School & District Management Opinion

Profiles in Education Courage

By Lew Smith — November 01, 2010 6 min read
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When I was 15 and a high school sophomore, I walked two blocks from my school to Union Square in lower Manhattan. It was October 1960, and I was determined to hear John F. Kennedy as he waged his presidential campaign. Like many other baby boomers, I was caught up in the excitement triggered by his candidacy.

I searched for all I could find about and by J.F.K. Naturally, his Pulitzer Prize-winning book, Profiles in Courage, caught my attention. As we celebrate the 50th anniversary of Kennedy’s presidential victory, it is appropriate for us to return to those tales of courage and what they mean for us as educational leaders.

Kennedy recounted the stories of eight political leaders, including Daniel Webster, who sacrificed personal political ambition to forge a compromise that postponed the Civil War for a decade; Sam Houston, who lost power and popularity for his refusal to endorse Texas’ entry into the Confederate States of America; and Edmund G. Ross, who resisted tremendous pressure and ignored potent threats when he voted to acquit Andrew Johnson during the embattled president’s impeachment trial in the U.S. Senate.

These historic stories have common themes and are reflected in my research about 66 schools from 24 states that were nationally recognized for significantly changing. Like Daniel Webster, Sam Houston, and Edmund Ross, the principals of these schools shared several characteristics. One was courage.

In San Antonio in 1995, Joanne Cockrell was assigned to lead Louis W. Fox Technical High School, also known as Fox Tech, the worst high school in Texas. It took six years for Joanne to significantly change the school but, in 2001, Fox Tech was recognized by Time magazine as one of the best in the nation. I wanted to know how Fox Tech had beaten the odds. On one of my visits, Joanne rushed me to her car. Five minutes later, she jumped out to talk with a tough-looking young man. We then sped to another section of the city, where a second private principal-student conversation took place. Disregarding her physical safety (and mine), Joanne prevented a serious gang fight.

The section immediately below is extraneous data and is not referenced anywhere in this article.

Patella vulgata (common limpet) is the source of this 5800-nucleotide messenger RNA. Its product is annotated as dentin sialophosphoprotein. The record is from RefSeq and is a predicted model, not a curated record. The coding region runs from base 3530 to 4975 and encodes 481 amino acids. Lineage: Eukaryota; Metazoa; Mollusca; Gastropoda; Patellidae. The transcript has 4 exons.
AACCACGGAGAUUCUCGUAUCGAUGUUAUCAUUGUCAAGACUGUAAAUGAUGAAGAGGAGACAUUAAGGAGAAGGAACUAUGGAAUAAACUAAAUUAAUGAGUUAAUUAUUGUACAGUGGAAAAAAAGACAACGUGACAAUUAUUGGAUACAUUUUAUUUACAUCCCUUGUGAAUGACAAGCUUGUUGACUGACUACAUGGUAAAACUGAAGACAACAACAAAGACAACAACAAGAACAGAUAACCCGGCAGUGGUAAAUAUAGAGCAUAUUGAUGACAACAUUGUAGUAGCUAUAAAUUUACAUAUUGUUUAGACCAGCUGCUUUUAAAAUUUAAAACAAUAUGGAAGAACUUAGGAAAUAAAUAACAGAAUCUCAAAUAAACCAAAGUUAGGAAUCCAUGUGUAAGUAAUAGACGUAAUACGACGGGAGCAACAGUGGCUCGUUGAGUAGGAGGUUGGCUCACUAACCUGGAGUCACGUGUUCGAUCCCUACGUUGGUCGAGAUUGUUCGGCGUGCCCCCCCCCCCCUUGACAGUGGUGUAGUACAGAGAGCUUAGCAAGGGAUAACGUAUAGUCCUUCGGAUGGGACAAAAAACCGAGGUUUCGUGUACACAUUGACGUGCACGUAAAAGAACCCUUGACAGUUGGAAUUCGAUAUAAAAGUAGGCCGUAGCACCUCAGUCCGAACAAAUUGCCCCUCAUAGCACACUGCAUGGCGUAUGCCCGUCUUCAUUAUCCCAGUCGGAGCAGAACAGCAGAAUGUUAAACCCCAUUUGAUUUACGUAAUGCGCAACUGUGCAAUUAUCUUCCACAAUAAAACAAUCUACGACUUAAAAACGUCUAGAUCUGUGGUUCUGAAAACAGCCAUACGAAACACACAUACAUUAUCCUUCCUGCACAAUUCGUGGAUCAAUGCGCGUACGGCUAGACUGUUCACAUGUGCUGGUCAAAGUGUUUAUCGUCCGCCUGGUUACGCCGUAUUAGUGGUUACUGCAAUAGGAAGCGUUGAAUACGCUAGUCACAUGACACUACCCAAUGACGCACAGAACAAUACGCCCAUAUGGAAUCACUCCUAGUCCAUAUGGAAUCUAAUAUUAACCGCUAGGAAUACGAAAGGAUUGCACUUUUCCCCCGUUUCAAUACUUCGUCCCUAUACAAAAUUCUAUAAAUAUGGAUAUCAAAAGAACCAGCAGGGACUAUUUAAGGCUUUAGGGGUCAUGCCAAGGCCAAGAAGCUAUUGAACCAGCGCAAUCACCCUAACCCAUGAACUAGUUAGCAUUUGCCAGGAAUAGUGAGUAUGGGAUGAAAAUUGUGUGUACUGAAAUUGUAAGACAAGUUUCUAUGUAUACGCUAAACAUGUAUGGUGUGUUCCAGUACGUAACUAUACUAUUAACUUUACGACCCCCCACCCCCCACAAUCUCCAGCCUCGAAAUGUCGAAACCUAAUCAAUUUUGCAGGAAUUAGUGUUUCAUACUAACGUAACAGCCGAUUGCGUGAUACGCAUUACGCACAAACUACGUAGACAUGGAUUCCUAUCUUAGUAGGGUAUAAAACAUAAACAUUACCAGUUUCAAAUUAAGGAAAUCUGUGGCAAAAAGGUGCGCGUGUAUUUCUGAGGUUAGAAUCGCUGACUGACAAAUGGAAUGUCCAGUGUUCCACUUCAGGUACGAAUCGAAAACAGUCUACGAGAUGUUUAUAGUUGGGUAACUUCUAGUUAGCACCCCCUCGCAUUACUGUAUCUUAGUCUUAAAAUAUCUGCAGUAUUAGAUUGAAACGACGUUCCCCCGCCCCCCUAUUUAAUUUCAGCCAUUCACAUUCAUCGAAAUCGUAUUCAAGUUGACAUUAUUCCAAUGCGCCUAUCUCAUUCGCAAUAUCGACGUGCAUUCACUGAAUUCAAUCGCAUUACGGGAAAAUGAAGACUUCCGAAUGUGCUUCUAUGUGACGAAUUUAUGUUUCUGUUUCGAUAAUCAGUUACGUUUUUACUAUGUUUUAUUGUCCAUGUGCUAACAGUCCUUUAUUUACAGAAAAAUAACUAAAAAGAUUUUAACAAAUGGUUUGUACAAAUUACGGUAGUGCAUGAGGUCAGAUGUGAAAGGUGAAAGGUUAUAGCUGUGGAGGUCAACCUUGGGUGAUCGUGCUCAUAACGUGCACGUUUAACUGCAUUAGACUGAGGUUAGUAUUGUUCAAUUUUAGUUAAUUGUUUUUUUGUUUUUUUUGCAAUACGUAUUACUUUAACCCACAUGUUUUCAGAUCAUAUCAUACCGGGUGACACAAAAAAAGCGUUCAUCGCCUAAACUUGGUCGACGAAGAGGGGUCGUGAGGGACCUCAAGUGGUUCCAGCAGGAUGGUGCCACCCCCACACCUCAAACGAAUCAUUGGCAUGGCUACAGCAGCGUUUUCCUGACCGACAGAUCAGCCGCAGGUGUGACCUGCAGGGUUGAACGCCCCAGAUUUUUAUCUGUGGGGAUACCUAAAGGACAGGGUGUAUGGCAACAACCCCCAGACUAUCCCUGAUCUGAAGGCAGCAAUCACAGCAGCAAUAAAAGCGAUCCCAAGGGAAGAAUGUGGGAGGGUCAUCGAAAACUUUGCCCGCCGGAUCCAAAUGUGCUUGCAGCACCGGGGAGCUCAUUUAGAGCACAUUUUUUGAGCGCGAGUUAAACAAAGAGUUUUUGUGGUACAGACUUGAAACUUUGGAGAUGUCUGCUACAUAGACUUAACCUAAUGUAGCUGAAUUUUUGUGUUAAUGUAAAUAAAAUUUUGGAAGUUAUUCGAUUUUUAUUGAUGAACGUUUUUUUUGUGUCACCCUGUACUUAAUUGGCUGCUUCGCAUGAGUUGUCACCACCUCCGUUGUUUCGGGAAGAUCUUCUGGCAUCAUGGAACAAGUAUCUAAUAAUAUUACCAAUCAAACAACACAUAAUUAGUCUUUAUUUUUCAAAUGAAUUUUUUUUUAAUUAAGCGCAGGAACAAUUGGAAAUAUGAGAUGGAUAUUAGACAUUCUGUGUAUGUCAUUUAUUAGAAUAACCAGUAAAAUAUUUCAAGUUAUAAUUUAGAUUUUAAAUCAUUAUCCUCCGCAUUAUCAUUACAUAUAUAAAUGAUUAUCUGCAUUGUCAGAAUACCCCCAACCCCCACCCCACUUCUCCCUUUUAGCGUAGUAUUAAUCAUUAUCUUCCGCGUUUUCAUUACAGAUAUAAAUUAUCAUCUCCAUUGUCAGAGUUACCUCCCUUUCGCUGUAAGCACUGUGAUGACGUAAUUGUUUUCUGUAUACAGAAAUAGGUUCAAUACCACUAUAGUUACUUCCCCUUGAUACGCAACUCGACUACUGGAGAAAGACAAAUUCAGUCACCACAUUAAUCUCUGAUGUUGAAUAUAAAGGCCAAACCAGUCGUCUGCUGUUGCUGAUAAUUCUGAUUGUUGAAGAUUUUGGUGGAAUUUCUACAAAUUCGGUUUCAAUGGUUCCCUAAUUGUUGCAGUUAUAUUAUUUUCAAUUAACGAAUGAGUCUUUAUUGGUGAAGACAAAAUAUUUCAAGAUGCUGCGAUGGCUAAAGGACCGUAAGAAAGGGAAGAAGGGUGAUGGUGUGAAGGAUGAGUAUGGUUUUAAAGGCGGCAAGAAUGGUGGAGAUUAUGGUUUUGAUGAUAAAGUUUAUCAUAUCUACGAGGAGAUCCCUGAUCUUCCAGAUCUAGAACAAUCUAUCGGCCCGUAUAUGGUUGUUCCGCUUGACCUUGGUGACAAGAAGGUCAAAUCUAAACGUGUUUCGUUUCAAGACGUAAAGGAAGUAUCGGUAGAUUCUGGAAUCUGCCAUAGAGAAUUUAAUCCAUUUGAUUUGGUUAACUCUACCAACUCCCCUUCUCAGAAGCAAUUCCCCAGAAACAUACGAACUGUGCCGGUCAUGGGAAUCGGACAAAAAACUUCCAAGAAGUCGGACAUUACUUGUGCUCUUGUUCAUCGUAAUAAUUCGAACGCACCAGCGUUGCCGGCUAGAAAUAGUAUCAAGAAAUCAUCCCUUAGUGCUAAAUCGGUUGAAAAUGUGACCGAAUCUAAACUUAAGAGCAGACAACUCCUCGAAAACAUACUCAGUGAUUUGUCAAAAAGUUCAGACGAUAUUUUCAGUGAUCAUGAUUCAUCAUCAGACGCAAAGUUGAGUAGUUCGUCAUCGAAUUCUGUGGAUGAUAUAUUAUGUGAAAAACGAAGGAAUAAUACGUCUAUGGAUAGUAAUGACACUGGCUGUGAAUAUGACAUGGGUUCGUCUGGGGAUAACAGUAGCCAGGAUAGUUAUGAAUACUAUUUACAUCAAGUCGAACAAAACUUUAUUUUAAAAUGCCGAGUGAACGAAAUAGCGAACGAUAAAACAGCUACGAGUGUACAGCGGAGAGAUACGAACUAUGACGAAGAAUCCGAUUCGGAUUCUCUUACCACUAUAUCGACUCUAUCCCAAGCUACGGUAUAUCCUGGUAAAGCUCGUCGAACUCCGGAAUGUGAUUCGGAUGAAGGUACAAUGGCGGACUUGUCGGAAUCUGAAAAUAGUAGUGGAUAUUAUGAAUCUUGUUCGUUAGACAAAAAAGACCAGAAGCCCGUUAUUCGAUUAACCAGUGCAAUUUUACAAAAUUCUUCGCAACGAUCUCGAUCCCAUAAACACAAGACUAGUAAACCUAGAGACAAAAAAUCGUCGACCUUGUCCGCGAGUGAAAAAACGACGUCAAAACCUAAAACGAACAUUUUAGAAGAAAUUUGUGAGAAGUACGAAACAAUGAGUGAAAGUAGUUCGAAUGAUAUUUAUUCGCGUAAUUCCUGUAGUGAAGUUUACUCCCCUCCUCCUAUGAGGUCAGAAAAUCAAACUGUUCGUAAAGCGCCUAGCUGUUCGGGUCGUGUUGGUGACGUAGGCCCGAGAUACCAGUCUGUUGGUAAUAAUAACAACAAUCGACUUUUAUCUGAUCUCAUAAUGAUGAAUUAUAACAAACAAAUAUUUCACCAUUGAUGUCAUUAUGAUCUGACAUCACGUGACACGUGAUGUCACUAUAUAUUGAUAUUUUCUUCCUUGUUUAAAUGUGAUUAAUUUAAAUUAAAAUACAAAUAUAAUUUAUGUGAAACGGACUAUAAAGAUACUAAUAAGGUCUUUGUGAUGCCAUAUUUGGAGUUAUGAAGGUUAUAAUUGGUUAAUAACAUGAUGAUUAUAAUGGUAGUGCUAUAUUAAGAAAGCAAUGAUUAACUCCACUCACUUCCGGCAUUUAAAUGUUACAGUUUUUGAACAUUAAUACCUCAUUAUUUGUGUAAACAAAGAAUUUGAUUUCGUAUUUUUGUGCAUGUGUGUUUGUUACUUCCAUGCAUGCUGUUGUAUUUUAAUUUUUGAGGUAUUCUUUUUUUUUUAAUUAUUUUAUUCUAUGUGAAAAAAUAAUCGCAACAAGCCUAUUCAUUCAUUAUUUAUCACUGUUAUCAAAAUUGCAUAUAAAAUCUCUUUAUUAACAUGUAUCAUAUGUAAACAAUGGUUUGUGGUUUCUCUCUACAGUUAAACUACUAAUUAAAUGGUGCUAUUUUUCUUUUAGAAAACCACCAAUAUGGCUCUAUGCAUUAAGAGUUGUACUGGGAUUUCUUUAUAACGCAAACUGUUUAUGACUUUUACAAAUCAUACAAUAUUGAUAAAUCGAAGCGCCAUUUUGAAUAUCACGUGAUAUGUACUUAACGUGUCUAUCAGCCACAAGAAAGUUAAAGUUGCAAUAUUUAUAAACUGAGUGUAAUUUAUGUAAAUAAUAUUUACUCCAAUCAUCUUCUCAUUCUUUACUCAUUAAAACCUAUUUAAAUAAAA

Like Daniel Webster, Sam Houston, and Edmund Ross, the principals of these schools shared several characteristics. One was courage.

Rob Carroll, the principal of South Heights, an elementary school in Henderson, Ky., lost patience with his school’s failure to make academic gains. He called a staff meeting and announced that the school “was all about change.” If anyone could not join in that cause, he would send him or her to another school. The next day, Rob returned to find a hole punched in the wall behind his desk. He left it there and kept working.

Bill Andrekopoulos took over as the principal of a failing middle school in Milwaukee. Despite overt and subtle resistance at the district office, the school made gains. But they were not enough. To move forward meant “going around” district officials, risking their ire. Bill did it. Later, the school applied to the state to become a charter school. The process required the local school board to first give its approval. Milwaukee’s board stalled and would not make a decision. Bill would not be deterred. He locked the charter application in the school safe and challenged the board to bestow their approval within two weeks; otherwise, he said, he would submit the required materials directly to the state. The board relented.

Veteran principal Chris Zarzana, of Citrus Heights, Calif., volunteered to lead Skycrest, the worst elementary school in the district. At about the same time, 3,000 miles away, in Rochester, N.Y., new principal Michele Hancock took over School #5, a failing institution where a body had once been found in a dumpster. In both cases, the schools were converted from places of fear, danger, and hopelessness to sanctuaries where children could feel safe and achieve, parents were welcome, and staff were held accountable. In both cases, the principals put themselves on the line. They each displayed banners that listed school goals and indicated—publicly—where progress had been made and where it hadn’t.